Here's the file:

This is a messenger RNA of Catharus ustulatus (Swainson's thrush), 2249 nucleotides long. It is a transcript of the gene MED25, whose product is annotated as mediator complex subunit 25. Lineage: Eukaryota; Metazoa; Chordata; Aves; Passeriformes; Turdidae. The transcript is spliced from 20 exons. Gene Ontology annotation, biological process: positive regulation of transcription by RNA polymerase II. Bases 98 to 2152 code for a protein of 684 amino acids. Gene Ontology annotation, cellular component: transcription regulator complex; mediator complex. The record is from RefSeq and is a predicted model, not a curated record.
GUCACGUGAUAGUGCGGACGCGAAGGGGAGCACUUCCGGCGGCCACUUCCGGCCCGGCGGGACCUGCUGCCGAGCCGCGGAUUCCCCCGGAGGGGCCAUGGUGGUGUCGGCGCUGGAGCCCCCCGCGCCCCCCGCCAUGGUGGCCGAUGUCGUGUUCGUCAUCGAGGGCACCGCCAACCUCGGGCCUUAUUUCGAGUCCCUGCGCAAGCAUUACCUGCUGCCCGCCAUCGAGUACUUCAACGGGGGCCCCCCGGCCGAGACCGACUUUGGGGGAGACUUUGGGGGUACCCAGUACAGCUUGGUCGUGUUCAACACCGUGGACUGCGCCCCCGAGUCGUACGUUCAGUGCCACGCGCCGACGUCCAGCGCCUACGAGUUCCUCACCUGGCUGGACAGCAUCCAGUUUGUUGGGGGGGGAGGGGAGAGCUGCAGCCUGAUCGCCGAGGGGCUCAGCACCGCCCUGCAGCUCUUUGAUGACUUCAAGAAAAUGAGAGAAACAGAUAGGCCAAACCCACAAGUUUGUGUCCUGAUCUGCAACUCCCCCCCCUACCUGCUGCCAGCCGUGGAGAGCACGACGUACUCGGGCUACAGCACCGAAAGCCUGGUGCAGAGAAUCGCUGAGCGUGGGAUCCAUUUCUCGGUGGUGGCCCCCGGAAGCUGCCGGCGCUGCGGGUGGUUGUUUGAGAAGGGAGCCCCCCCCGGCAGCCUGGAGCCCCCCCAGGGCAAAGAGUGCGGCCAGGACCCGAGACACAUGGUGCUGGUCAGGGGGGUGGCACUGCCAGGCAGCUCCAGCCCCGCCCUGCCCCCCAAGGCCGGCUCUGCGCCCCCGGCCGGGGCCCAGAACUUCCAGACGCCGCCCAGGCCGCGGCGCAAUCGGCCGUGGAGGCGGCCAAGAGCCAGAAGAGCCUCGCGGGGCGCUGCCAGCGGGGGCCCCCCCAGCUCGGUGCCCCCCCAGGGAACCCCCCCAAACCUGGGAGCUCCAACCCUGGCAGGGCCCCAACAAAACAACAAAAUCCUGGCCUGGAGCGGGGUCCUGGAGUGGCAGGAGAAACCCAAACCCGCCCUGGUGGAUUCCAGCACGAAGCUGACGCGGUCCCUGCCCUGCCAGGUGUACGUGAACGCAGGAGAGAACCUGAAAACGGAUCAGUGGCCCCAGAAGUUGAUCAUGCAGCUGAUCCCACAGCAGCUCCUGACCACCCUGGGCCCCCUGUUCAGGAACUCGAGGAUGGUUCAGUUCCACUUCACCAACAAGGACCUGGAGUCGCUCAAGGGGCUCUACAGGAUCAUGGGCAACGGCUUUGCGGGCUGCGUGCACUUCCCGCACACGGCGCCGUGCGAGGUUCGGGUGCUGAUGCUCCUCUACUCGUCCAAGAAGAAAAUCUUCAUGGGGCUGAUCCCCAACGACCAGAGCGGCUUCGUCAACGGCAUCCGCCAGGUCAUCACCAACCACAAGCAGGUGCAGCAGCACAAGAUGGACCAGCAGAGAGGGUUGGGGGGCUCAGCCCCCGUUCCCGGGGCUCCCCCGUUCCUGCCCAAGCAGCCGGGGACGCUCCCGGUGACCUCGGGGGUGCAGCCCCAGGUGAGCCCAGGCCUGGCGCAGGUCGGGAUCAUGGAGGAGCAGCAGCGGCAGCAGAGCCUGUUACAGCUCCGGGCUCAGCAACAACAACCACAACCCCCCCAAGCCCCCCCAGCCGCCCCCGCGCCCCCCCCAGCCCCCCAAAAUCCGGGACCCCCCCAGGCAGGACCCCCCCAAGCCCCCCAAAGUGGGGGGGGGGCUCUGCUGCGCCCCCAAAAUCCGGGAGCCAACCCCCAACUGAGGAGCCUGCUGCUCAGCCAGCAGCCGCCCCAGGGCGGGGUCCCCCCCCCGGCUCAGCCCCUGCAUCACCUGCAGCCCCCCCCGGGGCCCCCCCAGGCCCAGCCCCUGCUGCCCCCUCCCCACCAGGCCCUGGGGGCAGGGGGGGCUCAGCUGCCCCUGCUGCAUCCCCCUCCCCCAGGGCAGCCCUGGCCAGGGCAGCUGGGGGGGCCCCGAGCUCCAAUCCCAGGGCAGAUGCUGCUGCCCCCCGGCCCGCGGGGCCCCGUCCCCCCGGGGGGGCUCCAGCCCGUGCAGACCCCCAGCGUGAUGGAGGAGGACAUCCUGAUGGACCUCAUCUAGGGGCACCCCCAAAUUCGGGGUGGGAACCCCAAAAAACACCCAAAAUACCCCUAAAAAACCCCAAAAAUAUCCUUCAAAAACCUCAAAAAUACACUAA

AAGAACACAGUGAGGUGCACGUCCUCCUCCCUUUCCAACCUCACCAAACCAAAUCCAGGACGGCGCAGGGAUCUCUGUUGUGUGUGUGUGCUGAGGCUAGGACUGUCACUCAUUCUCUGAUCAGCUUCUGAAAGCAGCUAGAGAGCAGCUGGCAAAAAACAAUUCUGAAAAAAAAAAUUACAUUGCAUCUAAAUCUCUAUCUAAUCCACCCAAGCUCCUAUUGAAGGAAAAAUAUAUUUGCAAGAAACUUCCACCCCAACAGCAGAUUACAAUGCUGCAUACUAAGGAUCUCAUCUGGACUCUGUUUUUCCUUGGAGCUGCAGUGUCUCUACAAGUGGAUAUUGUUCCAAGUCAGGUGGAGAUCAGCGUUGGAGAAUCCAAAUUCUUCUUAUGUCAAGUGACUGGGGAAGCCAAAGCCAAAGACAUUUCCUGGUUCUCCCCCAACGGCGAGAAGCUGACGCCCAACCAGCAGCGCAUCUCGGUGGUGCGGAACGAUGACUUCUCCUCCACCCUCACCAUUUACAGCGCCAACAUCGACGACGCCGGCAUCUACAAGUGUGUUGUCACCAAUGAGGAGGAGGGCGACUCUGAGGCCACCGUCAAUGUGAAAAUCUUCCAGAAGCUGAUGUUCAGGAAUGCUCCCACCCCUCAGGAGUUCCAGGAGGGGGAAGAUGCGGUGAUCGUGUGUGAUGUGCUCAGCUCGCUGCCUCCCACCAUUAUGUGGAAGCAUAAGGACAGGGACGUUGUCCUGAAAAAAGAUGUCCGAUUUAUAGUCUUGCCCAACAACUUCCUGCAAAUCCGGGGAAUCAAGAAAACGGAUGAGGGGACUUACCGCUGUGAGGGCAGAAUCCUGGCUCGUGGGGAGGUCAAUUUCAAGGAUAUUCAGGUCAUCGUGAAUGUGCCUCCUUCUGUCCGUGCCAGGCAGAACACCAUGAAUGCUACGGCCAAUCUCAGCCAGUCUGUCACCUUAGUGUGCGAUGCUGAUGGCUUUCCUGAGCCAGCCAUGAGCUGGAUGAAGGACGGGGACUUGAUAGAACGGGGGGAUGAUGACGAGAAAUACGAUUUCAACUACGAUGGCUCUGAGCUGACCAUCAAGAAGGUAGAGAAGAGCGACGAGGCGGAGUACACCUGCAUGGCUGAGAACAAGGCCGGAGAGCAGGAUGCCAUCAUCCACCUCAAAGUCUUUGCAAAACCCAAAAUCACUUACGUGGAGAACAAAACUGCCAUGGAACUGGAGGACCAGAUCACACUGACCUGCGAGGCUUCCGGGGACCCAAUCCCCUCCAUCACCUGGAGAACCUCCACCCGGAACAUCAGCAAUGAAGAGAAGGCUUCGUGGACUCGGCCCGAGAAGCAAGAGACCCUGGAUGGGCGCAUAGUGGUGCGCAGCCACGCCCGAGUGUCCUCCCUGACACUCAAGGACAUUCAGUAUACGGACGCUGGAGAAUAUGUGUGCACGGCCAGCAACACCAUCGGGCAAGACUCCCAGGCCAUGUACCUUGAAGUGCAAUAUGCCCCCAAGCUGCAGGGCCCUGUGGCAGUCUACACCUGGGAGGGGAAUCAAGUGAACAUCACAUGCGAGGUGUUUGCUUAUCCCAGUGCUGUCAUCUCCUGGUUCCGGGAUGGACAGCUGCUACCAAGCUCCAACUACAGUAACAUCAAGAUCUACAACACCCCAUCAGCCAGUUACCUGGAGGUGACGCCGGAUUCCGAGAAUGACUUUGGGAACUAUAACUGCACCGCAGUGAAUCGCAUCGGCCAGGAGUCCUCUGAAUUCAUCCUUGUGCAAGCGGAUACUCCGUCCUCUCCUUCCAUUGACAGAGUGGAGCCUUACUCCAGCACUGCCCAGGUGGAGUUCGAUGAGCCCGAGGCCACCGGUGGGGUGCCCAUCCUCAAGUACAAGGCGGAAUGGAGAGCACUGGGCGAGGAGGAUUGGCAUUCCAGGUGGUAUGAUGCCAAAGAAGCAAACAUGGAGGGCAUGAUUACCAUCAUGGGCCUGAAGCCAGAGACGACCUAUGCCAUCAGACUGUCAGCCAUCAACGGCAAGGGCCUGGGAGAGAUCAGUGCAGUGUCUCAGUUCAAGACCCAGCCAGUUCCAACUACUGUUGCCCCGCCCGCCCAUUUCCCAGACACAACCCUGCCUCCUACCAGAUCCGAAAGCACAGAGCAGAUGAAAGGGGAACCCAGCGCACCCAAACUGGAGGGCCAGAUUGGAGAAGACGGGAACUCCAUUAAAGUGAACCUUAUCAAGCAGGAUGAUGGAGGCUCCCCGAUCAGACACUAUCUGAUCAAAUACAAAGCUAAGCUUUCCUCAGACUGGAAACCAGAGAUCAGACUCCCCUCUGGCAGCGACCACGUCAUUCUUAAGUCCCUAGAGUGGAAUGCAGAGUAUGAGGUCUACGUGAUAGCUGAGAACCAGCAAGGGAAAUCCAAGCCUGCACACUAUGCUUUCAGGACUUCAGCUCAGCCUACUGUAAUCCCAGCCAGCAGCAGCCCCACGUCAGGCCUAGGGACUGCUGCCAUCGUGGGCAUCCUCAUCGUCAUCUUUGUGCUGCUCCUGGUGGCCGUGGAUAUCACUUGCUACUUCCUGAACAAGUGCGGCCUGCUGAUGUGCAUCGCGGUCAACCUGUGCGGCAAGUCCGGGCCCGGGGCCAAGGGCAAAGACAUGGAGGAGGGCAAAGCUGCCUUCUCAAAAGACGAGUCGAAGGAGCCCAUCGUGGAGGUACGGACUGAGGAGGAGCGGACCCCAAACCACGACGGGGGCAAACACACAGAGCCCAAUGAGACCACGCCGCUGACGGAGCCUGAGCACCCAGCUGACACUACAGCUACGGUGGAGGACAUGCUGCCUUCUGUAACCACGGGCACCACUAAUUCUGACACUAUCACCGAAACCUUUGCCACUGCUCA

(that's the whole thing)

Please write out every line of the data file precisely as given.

This is a messenger RNA of Catharus ustulatus (Swainson's thrush), 2249 nucleotides long. It is a transcript of the gene MED25, whose product is annotated as mediator complex subunit 25. Lineage: Eukaryota; Metazoa; Chordata; Aves; Passeriformes; Turdidae. The transcript is spliced from 20 exons. Gene Ontology annotation, biological process: positive regulation of transcription by RNA polymerase II. Bases 98 to 2152 code for a protein of 684 amino acids. Gene Ontology annotation, cellular component: transcription regulator complex; mediator complex. The record is from RefSeq and is a predicted model, not a curated record.
GUCACGUGAUAGUGCGGACGCGAAGGGGAGCACUUCCGGCGGCCACUUCCGGCCCGGCGGGACCUGCUGCCGAGCCGCGGAUUCCCCCGGAGGGGCCAUGGUGGUGUCGGCGCUGGAGCCCCCCGCGCCCCCCGCCAUGGUGGCCGAUGUCGUGUUCGUCAUCGAGGGCACCGCCAACCUCGGGCCUUAUUUCGAGUCCCUGCGCAAGCAUUACCUGCUGCCCGCCAUCGAGUACUUCAACGGGGGCCCCCCGGCCGAGACCGACUUUGGGGGAGACUUUGGGGGUACCCAGUACAGCUUGGUCGUGUUCAACACCGUGGACUGCGCCCCCGAGUCGUACGUUCAGUGCCACGCGCCGACGUCCAGCGCCUACGAGUUCCUCACCUGGCUGGACAGCAUCCAGUUUGUUGGGGGGGGAGGGGAGAGCUGCAGCCUGAUCGCCGAGGGGCUCAGCACCGCCCUGCAGCUCUUUGAUGACUUCAAGAAAAUGAGAGAAACAGAUAGGCCAAACCCACAAGUUUGUGUCCUGAUCUGCAACUCCCCCCCCUACCUGCUGCCAGCCGUGGAGAGCACGACGUACUCGGGCUACAGCACCGAAAGCCUGGUGCAGAGAAUCGCUGAGCGUGGGAUCCAUUUCUCGGUGGUGGCCCCCGGAAGCUGCCGGCGCUGCGGGUGGUUGUUUGAGAAGGGAGCCCCCCCCGGCAGCCUGGAGCCCCCCCAGGGCAAAGAGUGCGGCCAGGACCCGAGACACAUGGUGCUGGUCAGGGGGGUGGCACUGCCAGGCAGCUCCAGCCCCGCCCUGCCCCCCAAGGCCGGCUCUGCGCCCCCGGCCGGGGCCCAGAACUUCCAGACGCCGCCCAGGCCGCGGCGCAAUCGGCCGUGGAGGCGGCCAAGAGCCAGAAGAGCCUCGCGGGGCGCUGCCAGCGGGGGCCCCCCCAGCUCGGUGCCCCCCCAGGGAACCCCCCCAAACCUGGGAGCUCCAACCCUGGCAGGGCCCCAACAAAACAACAAAAUCCUGGCCUGGAGCGGGGUCCUGGAGUGGCAGGAGAAACCCAAACCCGCCCUGGUGGAUUCCAGCACGAAGCUGACGCGGUCCCUGCCCUGCCAGGUGUACGUGAACGCAGGAGAGAACCUGAAAACGGAUCAGUGGCCCCAGAAGUUGAUCAUGCAGCUGAUCCCACAGCAGCUCCUGACCACCCUGGGCCCCCUGUUCAGGAACUCGAGGAUGGUUCAGUUCCACUUCACCAACAAGGACCUGGAGUCGCUCAAGGGGCUCUACAGGAUCAUGGGCAACGGCUUUGCGGGCUGCGUGCACUUCCCGCACACGGCGCCGUGCGAGGUUCGGGUGCUGAUGCUCCUCUACUCGUCCAAGAAGAAAAUCUUCAUGGGGCUGAUCCCCAACGACCAGAGCGGCUUCGUCAACGGCAUCCGCCAGGUCAUCACCAACCACAAGCAGGUGCAGCAGCACAAGAUGGACCAGCAGAGAGGGUUGGGGGGCUCAGCCCCCGUUCCCGGGGCUCCCCCGUUCCUGCCCAAGCAGCCGGGGACGCUCCCGGUGACCUCGGGGGUGCAGCCCCAGGUGAGCCCAGGCCUGGCGCAGGUCGGGAUCAUGGAGGAGCAGCAGCGGCAGCAGAGCCUGUUACAGCUCCGGGCUCAGCAACAACAACCACAACCCCCCCAAGCCCCCCCAGCCGCCCCCGCGCCCCCCCCAGCCCCCCAAAAUCCGGGACCCCCCCAGGCAGGACCCCCCCAAGCCCCCCAAAGUGGGGGGGGGGCUCUGCUGCGCCCCCAAAAUCCGGGAGCCAACCCCCAACUGAGGAGCCUGCUGCUCAGCCAGCAGCCGCCCCAGGGCGGGGUCCCCCCCCCGGCUCAGCCCCUGCAUCACCUGCAGCCCCCCCCGGGGCCCCCCCAGGCCCAGCCCCUGCUGCCCCCUCCCCACCAGGCCCUGGGGGCAGGGGGGGCUCAGCUGCCCCUGCUGCAUCCCCCUCCCCCAGGGCAGCCCUGGCCAGGGCAGCUGGGGGGGCCCCGAGCUCCAAUCCCAGGGCAGAUGCUGCUGCCCCCCGGCCCGCGGGGCCCCGUCCCCCCGGGGGGGCUCCAGCCCGUGCAGACCCCCAGCGUGAUGGAGGAGGACAUCCUGAUGGACCUCAUCUAGGGGCACCCCCAAAUUCGGGGUGGGAACCCCAAAAAACACCCAAAAUACCCCUAAAAAACCCCAAAAAUAUCCUUCAAAAACCUCAAAAAUACACUAA

AAGAACACAGUGAGGUGCACGUCCUCCUCCCUUUCCAACCUCACCAAACCAAAUCCAGGACGGCGCAGGGAUCUCUGUUGUGUGUGUGUGCUGAGGCUAGGACUGUCACUCAUUCUCUGAUCAGCUUCUGAAAGCAGCUAGAGAGCAGCUGGCAAAAAACAAUUCUGAAAAAAAAAAUUACAUUGCAUCUAAAUCUCUAUCUAAUCCACCCAAGCUCCUAUUGAAGGAAAAAUAUAUUUGCAAGAAACUUCCACCCCAACAGCAGAUUACAAUGCUGCAUACUAAGGAUCUCAUCUGGACUCUGUUUUUCCUUGGAGCUGCAGUGUCUCUACAAGUGGAUAUUGUUCCAAGUCAGGUGGAGAUCAGCGUUGGAGAAUCCAAAUUCUUCUUAUGUCAAGUGACUGGGGAAGCCAAAGCCAAAGACAUUUCCUGGUUCUCCCCCAACGGCGAGAAGCUGACGCCCAACCAGCAGCGCAUCUCGGUGGUGCGGAACGAUGACUUCUCCUCCACCCUCACCAUUUACAGCGCCAACAUCGACGACGCCGGCAUCUACAAGUGUGUUGUCACCAAUGAGGAGGAGGGCGACUCUGAGGCCACCGUCAAUGUGAAAAUCUUCCAGAAGCUGAUGUUCAGGAAUGCUCCCACCCCUCAGGAGUUCCAGGAGGGGGAAGAUGCGGUGAUCGUGUGUGAUGUGCUCAGCUCGCUGCCUCCCACCAUUAUGUGGAAGCAUAAGGACAGGGACGUUGUCCUGAAAAAAGAUGUCCGAUUUAUAGUCUUGCCCAACAACUUCCUGCAAAUCCGGGGAAUCAAGAAAACGGAUGAGGGGACUUACCGCUGUGAGGGCAGAAUCCUGGCUCGUGGGGAGGUCAAUUUCAAGGAUAUUCAGGUCAUCGUGAAUGUGCCUCCUUCUGUCCGUGCCAGGCAGAACACCAUGAAUGCUACGGCCAAUCUCAGCCAGUCUGUCACCUUAGUGUGCGAUGCUGAUGGCUUUCCUGAGCCAGCCAUGAGCUGGAUGAAGGACGGGGACUUGAUAGAACGGGGGGAUGAUGACGAGAAAUACGAUUUCAACUACGAUGGCUCUGAGCUGACCAUCAAGAAGGUAGAGAAGAGCGACGAGGCGGAGUACACCUGCAUGGCUGAGAACAAGGCCGGAGAGCAGGAUGCCAUCAUCCACCUCAAAGUCUUUGCAAAACCCAAAAUCACUUACGUGGAGAACAAAACUGCCAUGGAACUGGAGGACCAGAUCACACUGACCUGCGAGGCUUCCGGGGACCCAAUCCCCUCCAUCACCUGGAGAACCUCCACCCGGAACAUCAGCAAUGAAGAGAAGGCUUCGUGGACUCGGCCCGAGAAGCAAGAGACCCUGGAUGGGCGCAUAGUGGUGCGCAGCCACGCCCGAGUGUCCUCCCUGACACUCAAGGACAUUCAGUAUACGGACGCUGGAGAAUAUGUGUGCACGGCCAGCAACACCAUCGGGCAAGACUCCCAGGCCAUGUACCUUGAAGUGCAAUAUGCCCCCAAGCUGCAGGGCCCUGUGGCAGUCUACACCUGGGAGGGGAAUCAAGUGAACAUCACAUGCGAGGUGUUUGCUUAUCCCAGUGCUGUCAUCUCCUGGUUCCGGGAUGGACAGCUGCUACCAAGCUCCAACUACAGUAACAUCAAGAUCUACAACACCCCAUCAGCCAGUUACCUGGAGGUGACGCCGGAUUCCGAGAAUGACUUUGGGAACUAUAACUGCACCGCAGUGAAUCGCAUCGGCCAGGAGUCCUCUGAAUUCAUCCUUGUGCAAGCGGAUACUCCGUCCUCUCCUUCCAUUGACAGAGUGGAGCCUUACUCCAGCACUGCCCAGGUGGAGUUCGAUGAGCCCGAGGCCACCGGUGGGGUGCCCAUCCUCAAGUACAAGGCGGAAUGGAGAGCACUGGGCGAGGAGGAUUGGCAUUCCAGGUGGUAUGAUGCCAAAGAAGCAAACAUGGAGGGCAUGAUUACCAUCAUGGGCCUGAAGCCAGAGACGACCUAUGCCAUCAGACUGUCAGCCAUCAACGGCAAGGGCCUGGGAGAGAUCAGUGCAGUGUCUCAGUUCAAGACCCAGCCAGUUCCAACUACUGUUGCCCCGCCCGCCCAUUUCCCAGACACAACCCUGCCUCCUACCAGAUCCGAAAGCACAGAGCAGAUGAAAGGGGAACCCAGCGCACCCAAACUGGAGGGCCAGAUUGGAGAAGACGGGAACUCCAUUAAAGUGAACCUUAUCAAGCAGGAUGAUGGAGGCUCCCCGAUCAGACACUAUCUGAUCAAAUACAAAGCUAAGCUUUCCUCAGACUGGAAACCAGAGAUCAGACUCCCCUCUGGCAGCGACCACGUCAUUCUUAAGUCCCUAGAGUGGAAUGCAGAGUAUGAGGUCUACGUGAUAGCUGAGAACCAGCAAGGGAAAUCCAAGCCUGCACACUAUGCUUUCAGGACUUCAGCUCAGCCUACUGUAAUCCCAGCCAGCAGCAGCCCCACGUCAGGCCUAGGGACUGCUGCCAUCGUGGGCAUCCUCAUCGUCAUCUUUGUGCUGCUCCUGGUGGCCGUGGAUAUCACUUGCUACUUCCUGAACAAGUGCGGCCUGCUGAUGUGCAUCGCGGUCAACCUGUGCGGCAAGUCCGGGCCCGGGGCCAAGGGCAAAGACAUGGAGGAGGGCAAAGCUGCCUUCUCAAAAGACGAGUCGAAGGAGCCCAUCGUGGAGGUACGGACUGAGGAGGAGCGGACCCCAAACCACGACGGGGGCAAACACACAGAGCCCAAUGAGACCACGCCGCUGACGGAGCCUGAGCACCCAGCUGACACUACAGCUACGGUGGAGGACAUGCUGCCUUCUGUAACCACGGGCACCACUAAUUCUGACACUAUCACCGAAACCUUUGCCACUGCUCA